• Cameron Angel, Belbroughton Holdings, Gympie, who bought 25 UltraBlack heifers averaging $1752
  • Lindore family, Melrose Station, Killarney – 38 heifers averaging $1757
  • Bydand Pastoral Co, Beaudesert – 17 U/B heifers and Angus cows avg $2185
  • Claudia Holdings, Tallebudgera – 19 U/B heifers and Angus cows avg $1723
  • Justin and Kate Boshammer, Elgin, Condamine – 12 U/B heifers and Angus cows avg $2329
  • Steve Taylor, Moriah, Chinchilla – 13 UltraBlack heifers avg $1369
  • Gary Edwards, Edwards Rural Solutions, operating for various NSW clients – 18 heifers and cows avg $1888
  • Jondaryan Angus, Jondaryan – 11 females avg $2181
  • Doyle Group, Undabri, Goondiwindi – 38 heifers and cows avg $1565
  • Australian Bonsmara, Beaudesert – 12 heifers avg $1700
  • Thendara Pastoral Co, Charters Towers – 18 heifers avg $1866
  • Leister Calvert, Dalby – 13 females avg $1800.

Nindooinbah principal Euan Murdoch, centre, with heifer buyers Stephen Pearce, Telpara Hills, Atherton (left) and Ian Cameron, Cameron UltraBlacks, The Gums. The pair bought 30 heifers in total.The market was a little less consistent for the sale’s lineup of quality, Lawsons-bred stud Angus cows, and cows and calves.

Displaying great depth of breeding and performance recording, the cows mostly ranged in age from five to eight years, and included elite former ET donors in the top 5pc of EBVs for the Angus breed, now surplus to Nindooinbah’s requirements. Many of the Angus females were joined to some of the best Angus bulls in the business.

The Angus PTIC cow portion of the catalogue saw 101 cows sold to average $1975, while seven stud Angus cows and calves averaged $2107.

Top price in the Angus cow section was $4750 paid for Lawsons New Design Z1090, a 2004 drop AI daughter of Bon View New Design 1407, out of Lawsons RockN D Ambush. She was sold, in calf to Te Mania Africa A21, to PJ Derrick and CE Roberts, Veresdale, via Beaudesert.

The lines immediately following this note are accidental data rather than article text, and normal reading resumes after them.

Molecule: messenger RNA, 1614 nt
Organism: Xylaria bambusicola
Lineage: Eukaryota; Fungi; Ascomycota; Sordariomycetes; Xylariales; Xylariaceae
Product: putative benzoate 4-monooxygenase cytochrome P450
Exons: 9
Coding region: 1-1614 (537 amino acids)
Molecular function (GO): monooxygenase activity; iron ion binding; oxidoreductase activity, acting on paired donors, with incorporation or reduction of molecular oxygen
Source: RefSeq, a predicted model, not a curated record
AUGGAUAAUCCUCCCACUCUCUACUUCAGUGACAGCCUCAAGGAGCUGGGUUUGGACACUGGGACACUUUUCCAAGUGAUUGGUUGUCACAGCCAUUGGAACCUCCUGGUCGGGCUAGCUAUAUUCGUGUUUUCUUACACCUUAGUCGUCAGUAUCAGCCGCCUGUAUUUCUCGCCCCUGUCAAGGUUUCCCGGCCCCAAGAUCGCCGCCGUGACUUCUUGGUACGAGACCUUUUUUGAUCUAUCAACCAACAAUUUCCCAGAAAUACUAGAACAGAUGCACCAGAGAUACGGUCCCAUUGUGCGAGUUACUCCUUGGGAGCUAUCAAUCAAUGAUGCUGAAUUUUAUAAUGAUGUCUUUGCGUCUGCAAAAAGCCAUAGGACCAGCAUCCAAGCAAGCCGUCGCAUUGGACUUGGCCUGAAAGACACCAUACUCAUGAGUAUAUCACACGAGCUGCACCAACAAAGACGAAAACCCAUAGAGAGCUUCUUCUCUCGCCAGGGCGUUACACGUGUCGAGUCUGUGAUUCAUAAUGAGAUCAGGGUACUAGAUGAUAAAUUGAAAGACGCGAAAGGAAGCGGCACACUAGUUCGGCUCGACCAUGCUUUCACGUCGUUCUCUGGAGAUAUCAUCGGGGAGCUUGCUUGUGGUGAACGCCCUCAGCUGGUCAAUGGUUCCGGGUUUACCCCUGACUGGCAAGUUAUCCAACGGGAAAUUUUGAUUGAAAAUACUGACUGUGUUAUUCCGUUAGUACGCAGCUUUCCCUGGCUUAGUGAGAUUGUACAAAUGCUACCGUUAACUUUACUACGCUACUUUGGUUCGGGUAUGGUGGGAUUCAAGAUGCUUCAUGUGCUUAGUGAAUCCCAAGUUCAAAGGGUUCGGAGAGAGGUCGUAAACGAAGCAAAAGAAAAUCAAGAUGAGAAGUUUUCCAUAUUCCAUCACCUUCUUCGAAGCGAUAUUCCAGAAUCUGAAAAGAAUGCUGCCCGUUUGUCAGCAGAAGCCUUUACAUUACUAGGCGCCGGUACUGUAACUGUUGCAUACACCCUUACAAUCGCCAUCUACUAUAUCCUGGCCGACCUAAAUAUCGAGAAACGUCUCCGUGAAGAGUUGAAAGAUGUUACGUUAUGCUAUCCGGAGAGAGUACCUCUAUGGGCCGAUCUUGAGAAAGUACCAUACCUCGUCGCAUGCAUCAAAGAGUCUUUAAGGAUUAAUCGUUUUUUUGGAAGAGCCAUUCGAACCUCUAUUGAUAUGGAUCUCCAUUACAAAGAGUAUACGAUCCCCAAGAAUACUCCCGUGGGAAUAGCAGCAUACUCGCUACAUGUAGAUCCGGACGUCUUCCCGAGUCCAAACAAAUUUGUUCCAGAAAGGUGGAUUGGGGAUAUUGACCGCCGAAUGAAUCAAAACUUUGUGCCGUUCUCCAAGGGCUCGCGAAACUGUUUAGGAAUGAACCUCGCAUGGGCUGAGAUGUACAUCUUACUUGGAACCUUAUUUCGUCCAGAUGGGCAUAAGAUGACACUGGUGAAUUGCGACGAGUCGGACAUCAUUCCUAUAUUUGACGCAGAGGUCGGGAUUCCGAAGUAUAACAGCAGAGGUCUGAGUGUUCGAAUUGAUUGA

Next best at $4500 was paid by prominent Angus breeders Justin and Kate Boshammer for Lawsons Henry VIII, a 2004-drop cow by Ythanbrae Henry VIII, re-mated to Te Mania Africa.

In total, Nindooinbah’s inaugural female sale saw 287 head sold for a gross of $529,300 to average $1884. Agents: Elders Stud Stock.
 

 

 

Friday's UltraBlack heifer buyers comment on their reasons for purchase …

 

Stephen Pearce, Telpara Hills, Atherton, North Qld:

Stephen Pearce sees UltraBlacks providing an extension for his existing Brangus seedstock business, based at Atherton in far North Queensland.

“UltraBlacks for us offer a pretty unique opportunity to fill our goal of delivering a tropically-adapted Angus into a range of northern Australian markets,” he said.

“For those bull clients in the tick-free zone of the Mitchell/Flinders grass downs country, from Hughenden west, we see a real opportunity for UltraBlack bulls to work over those Brahman-type cows that survive well in that environment, but do not necessarily offer the broadest range of market opportunities.”

“One of the comments we frequently hear back from clients in that region is that those Angus bulls are going out and doing as great job in terms of calf-getting, but that they are burning out – it’s a fraction too tough for them. We see the UltraBlack, either in its current form, or mated to a three-eighths Brangus to provide a little higher adaptation, offering heterosis over the Brahman cow, slick coat, better heat tolerance and adaption, while injecting some carcase quality back into the calves,” Mr Pearce said.